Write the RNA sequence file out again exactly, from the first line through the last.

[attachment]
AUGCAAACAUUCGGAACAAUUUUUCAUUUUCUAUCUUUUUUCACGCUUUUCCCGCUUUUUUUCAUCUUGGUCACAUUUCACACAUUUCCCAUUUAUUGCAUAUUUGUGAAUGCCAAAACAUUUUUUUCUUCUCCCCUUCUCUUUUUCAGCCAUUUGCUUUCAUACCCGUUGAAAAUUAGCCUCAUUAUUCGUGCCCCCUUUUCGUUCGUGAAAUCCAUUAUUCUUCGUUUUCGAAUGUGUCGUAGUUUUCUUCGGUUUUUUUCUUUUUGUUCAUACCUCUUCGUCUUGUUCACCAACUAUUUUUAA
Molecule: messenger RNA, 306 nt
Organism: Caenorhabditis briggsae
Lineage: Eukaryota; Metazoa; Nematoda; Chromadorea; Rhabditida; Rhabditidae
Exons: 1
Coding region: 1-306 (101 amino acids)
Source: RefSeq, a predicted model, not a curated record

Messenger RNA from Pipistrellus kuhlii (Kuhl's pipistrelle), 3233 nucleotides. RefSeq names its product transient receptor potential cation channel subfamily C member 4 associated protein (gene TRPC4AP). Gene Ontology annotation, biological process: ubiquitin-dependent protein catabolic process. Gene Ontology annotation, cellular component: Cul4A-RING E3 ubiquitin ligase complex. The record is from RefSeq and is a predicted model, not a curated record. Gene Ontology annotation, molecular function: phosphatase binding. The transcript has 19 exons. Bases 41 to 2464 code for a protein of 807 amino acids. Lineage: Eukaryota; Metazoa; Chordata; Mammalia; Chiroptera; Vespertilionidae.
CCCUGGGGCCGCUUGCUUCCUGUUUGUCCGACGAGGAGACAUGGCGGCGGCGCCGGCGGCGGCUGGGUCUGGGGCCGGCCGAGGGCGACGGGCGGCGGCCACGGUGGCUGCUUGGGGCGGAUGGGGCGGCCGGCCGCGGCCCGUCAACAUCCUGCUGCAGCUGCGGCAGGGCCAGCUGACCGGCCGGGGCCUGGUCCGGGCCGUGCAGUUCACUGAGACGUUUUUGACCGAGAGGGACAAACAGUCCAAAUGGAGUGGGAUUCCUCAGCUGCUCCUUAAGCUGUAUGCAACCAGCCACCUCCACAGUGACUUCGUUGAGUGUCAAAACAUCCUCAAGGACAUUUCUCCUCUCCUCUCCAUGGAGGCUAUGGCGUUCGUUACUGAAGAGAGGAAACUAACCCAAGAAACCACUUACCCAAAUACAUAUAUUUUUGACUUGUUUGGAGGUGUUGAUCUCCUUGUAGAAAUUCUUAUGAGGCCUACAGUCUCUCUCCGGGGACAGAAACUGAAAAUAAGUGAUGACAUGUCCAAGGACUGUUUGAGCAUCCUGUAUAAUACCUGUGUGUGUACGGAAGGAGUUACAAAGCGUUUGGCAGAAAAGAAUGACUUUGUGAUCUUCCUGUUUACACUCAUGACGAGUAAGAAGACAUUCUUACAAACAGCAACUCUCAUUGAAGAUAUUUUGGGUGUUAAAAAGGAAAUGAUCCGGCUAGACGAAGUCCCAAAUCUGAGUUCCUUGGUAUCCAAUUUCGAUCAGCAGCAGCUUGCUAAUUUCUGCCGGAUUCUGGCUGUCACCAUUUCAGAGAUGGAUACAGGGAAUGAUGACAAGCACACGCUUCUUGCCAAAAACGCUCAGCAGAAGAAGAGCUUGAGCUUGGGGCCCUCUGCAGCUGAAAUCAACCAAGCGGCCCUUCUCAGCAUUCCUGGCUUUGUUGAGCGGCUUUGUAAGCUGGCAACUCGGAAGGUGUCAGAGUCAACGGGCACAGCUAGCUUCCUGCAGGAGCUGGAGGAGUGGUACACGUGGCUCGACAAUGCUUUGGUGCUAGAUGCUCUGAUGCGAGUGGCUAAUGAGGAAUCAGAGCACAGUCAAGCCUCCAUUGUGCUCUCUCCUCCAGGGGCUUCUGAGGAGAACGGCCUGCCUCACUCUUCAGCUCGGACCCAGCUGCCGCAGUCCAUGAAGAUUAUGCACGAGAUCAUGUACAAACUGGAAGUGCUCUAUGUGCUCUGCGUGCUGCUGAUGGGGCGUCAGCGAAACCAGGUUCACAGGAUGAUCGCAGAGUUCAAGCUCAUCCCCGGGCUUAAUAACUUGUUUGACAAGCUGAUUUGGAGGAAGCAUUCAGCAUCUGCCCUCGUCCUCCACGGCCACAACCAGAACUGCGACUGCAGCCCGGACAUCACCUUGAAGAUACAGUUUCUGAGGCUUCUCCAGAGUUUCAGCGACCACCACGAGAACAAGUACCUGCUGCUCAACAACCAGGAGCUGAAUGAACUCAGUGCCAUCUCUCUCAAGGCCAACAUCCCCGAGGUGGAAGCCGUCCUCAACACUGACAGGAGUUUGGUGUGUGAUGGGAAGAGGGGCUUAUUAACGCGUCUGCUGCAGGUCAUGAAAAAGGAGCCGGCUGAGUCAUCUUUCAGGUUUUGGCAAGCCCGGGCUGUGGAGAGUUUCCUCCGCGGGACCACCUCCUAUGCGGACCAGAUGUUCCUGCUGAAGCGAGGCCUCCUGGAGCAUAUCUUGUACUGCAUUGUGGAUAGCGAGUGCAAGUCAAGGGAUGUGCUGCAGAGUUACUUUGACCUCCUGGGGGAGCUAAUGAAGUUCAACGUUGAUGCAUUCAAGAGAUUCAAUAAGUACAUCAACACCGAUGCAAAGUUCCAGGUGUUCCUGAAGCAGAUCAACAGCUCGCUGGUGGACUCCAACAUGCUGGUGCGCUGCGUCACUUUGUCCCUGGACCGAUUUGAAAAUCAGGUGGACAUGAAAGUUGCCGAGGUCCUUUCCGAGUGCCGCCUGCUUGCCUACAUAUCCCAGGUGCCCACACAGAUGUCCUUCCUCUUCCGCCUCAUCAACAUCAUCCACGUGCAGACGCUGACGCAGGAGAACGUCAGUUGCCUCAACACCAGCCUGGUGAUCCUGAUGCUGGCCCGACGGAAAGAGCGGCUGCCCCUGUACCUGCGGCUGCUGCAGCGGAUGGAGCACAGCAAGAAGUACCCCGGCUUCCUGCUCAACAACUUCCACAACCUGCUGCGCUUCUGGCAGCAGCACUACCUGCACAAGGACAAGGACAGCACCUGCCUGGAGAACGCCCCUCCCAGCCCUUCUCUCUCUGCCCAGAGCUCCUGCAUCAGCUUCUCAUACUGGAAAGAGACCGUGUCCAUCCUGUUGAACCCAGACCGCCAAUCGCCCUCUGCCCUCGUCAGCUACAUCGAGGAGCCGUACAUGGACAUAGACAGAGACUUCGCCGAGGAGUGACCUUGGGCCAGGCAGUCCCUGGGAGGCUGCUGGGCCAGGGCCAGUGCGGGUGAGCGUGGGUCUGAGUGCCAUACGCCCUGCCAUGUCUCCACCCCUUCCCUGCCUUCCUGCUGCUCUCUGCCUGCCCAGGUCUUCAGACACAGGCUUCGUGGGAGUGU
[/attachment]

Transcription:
AUGCAAACAUUCGGAACAAUUUUUCAUUUUCUAUCUUUUUUCACGCUUUUCCCGCUUUUUUUCAUCUUGGUCACAUUUCACACAUUUCCCAUUUAUUGCAUAUUUGUGAAUGCCAAAACAUUUUUUUCUUCUCCCCUUCUCUUUUUCAGCCAUUUGCUUUCAUACCCGUUGAAAAUUAGCCUCAUUAUUCGUGCCCCCUUUUCGUUCGUGAAAUCCAUUAUUCUUCGUUUUCGAAUGUGUCGUAGUUUUCUUCGGUUUUUUUCUUUUUGUUCAUACCUCUUCGUCUUGUUCACCAACUAUUUUUAA
Molecule: messenger RNA, 306 nt
Organism: Caenorhabditis briggsae
Lineage: Eukaryota; Metazoa; Nematoda; Chromadorea; Rhabditida; Rhabditidae
Exons: 1
Coding region: 1-306 (101 amino acids)
Source: RefSeq, a predicted model, not a curated record

Messenger RNA from Pipistrellus kuhlii (Kuhl's pipistrelle), 3233 nucleotides. RefSeq names its product transient receptor potential cation channel subfamily C member 4 associated protein (gene TRPC4AP). Gene Ontology annotation, biological process: ubiquitin-dependent protein catabolic process. Gene Ontology annotation, cellular component: Cul4A-RING E3 ubiquitin ligase complex. The record is from RefSeq and is a predicted model, not a curated record. Gene Ontology annotation, molecular function: phosphatase binding. The transcript has 19 exons. Bases 41 to 2464 code for a protein of 807 amino acids. Lineage: Eukaryota; Metazoa; Chordata; Mammalia; Chiroptera; Vespertilionidae.
CCCUGGGGCCGCUUGCUUCCUGUUUGUCCGACGAGGAGACAUGGCGGCGGCGCCGGCGGCGGCUGGGUCUGGGGCCGGCCGAGGGCGACGGGCGGCGGCCACGGUGGCUGCUUGGGGCGGAUGGGGCGGCCGGCCGCGGCCCGUCAACAUCCUGCUGCAGCUGCGGCAGGGCCAGCUGACCGGCCGGGGCCUGGUCCGGGCCGUGCAGUUCACUGAGACGUUUUUGACCGAGAGGGACAAACAGUCCAAAUGGAGUGGGAUUCCUCAGCUGCUCCUUAAGCUGUAUGCAACCAGCCACCUCCACAGUGACUUCGUUGAGUGUCAAAACAUCCUCAAGGACAUUUCUCCUCUCCUCUCCAUGGAGGCUAUGGCGUUCGUUACUGAAGAGAGGAAACUAACCCAAGAAACCACUUACCCAAAUACAUAUAUUUUUGACUUGUUUGGAGGUGUUGAUCUCCUUGUAGAAAUUCUUAUGAGGCCUACAGUCUCUCUCCGGGGACAGAAACUGAAAAUAAGUGAUGACAUGUCCAAGGACUGUUUGAGCAUCCUGUAUAAUACCUGUGUGUGUACGGAAGGAGUUACAAAGCGUUUGGCAGAAAAGAAUGACUUUGUGAUCUUCCUGUUUACACUCAUGACGAGUAAGAAGACAUUCUUACAAACAGCAACUCUCAUUGAAGAUAUUUUGGGUGUUAAAAAGGAAAUGAUCCGGCUAGACGAAGUCCCAAAUCUGAGUUCCUUGGUAUCCAAUUUCGAUCAGCAGCAGCUUGCUAAUUUCUGCCGGAUUCUGGCUGUCACCAUUUCAGAGAUGGAUACAGGGAAUGAUGACAAGCACACGCUUCUUGCCAAAAACGCUCAGCAGAAGAAGAGCUUGAGCUUGGGGCCCUCUGCAGCUGAAAUCAACCAAGCGGCCCUUCUCAGCAUUCCUGGCUUUGUUGAGCGGCUUUGUAAGCUGGCAACUCGGAAGGUGUCAGAGUCAACGGGCACAGCUAGCUUCCUGCAGGAGCUGGAGGAGUGGUACACGUGGCUCGACAAUGCUUUGGUGCUAGAUGCUCUGAUGCGAGUGGCUAAUGAGGAAUCAGAGCACAGUCAAGCCUCCAUUGUGCUCUCUCCUCCAGGGGCUUCUGAGGAGAACGGCCUGCCUCACUCUUCAGCUCGGACCCAGCUGCCGCAGUCCAUGAAGAUUAUGCACGAGAUCAUGUACAAACUGGAAGUGCUCUAUGUGCUCUGCGUGCUGCUGAUGGGGCGUCAGCGAAACCAGGUUCACAGGAUGAUCGCAGAGUUCAAGCUCAUCCCCGGGCUUAAUAACUUGUUUGACAAGCUGAUUUGGAGGAAGCAUUCAGCAUCUGCCCUCGUCCUCCACGGCCACAACCAGAACUGCGACUGCAGCCCGGACAUCACCUUGAAGAUACAGUUUCUGAGGCUUCUCCAGAGUUUCAGCGACCACCACGAGAACAAGUACCUGCUGCUCAACAACCAGGAGCUGAAUGAACUCAGUGCCAUCUCUCUCAAGGCCAACAUCCCCGAGGUGGAAGCCGUCCUCAACACUGACAGGAGUUUGGUGUGUGAUGGGAAGAGGGGCUUAUUAACGCGUCUGCUGCAGGUCAUGAAAAAGGAGCCGGCUGAGUCAUCUUUCAGGUUUUGGCAAGCCCGGGCUGUGGAGAGUUUCCUCCGCGGGACCACCUCCUAUGCGGACCAGAUGUUCCUGCUGAAGCGAGGCCUCCUGGAGCAUAUCUUGUACUGCAUUGUGGAUAGCGAGUGCAAGUCAAGGGAUGUGCUGCAGAGUUACUUUGACCUCCUGGGGGAGCUAAUGAAGUUCAACGUUGAUGCAUUCAAGAGAUUCAAUAAGUACAUCAACACCGAUGCAAAGUUCCAGGUGUUCCUGAAGCAGAUCAACAGCUCGCUGGUGGACUCCAACAUGCUGGUGCGCUGCGUCACUUUGUCCCUGGACCGAUUUGAAAAUCAGGUGGACAUGAAAGUUGCCGAGGUCCUUUCCGAGUGCCGCCUGCUUGCCUACAUAUCCCAGGUGCCCACACAGAUGUCCUUCCUCUUCCGCCUCAUCAACAUCAUCCACGUGCAGACGCUGACGCAGGAGAACGUCAGUUGCCUCAACACCAGCCUGGUGAUCCUGAUGCUGGCCCGACGGAAAGAGCGGCUGCCCCUGUACCUGCGGCUGCUGCAGCGGAUGGAGCACAGCAAGAAGUACCCCGGCUUCCUGCUCAACAACUUCCACAACCUGCUGCGCUUCUGGCAGCAGCACUACCUGCACAAGGACAAGGACAGCACCUGCCUGGAGAACGCCCCUCCCAGCCCUUCUCUCUCUGCCCAGAGCUCCUGCAUCAGCUUCUCAUACUGGAAAGAGACCGUGUCCAUCCUGUUGAACCCAGACCGCCAAUCGCCCUCUGCCCUCGUCAGCUACAUCGAGGAGCCGUACAUGGACAUAGACAGAGACUUCGCCGAGGAGUGACCUUGGGCCAGGCAGUCCCUGGGAGGCUGCUGGGCCAGGGCCAGUGCGGGUGAGCGUGGGUCUGAGUGCCAUACGCCCUGCCAUGUCUCCACCCCUUCCCUGCCUUCCUGCUGCUCUCUGCCUGCCCAGGUCUUCAGACACAGGCUUCGUGGGAGUGU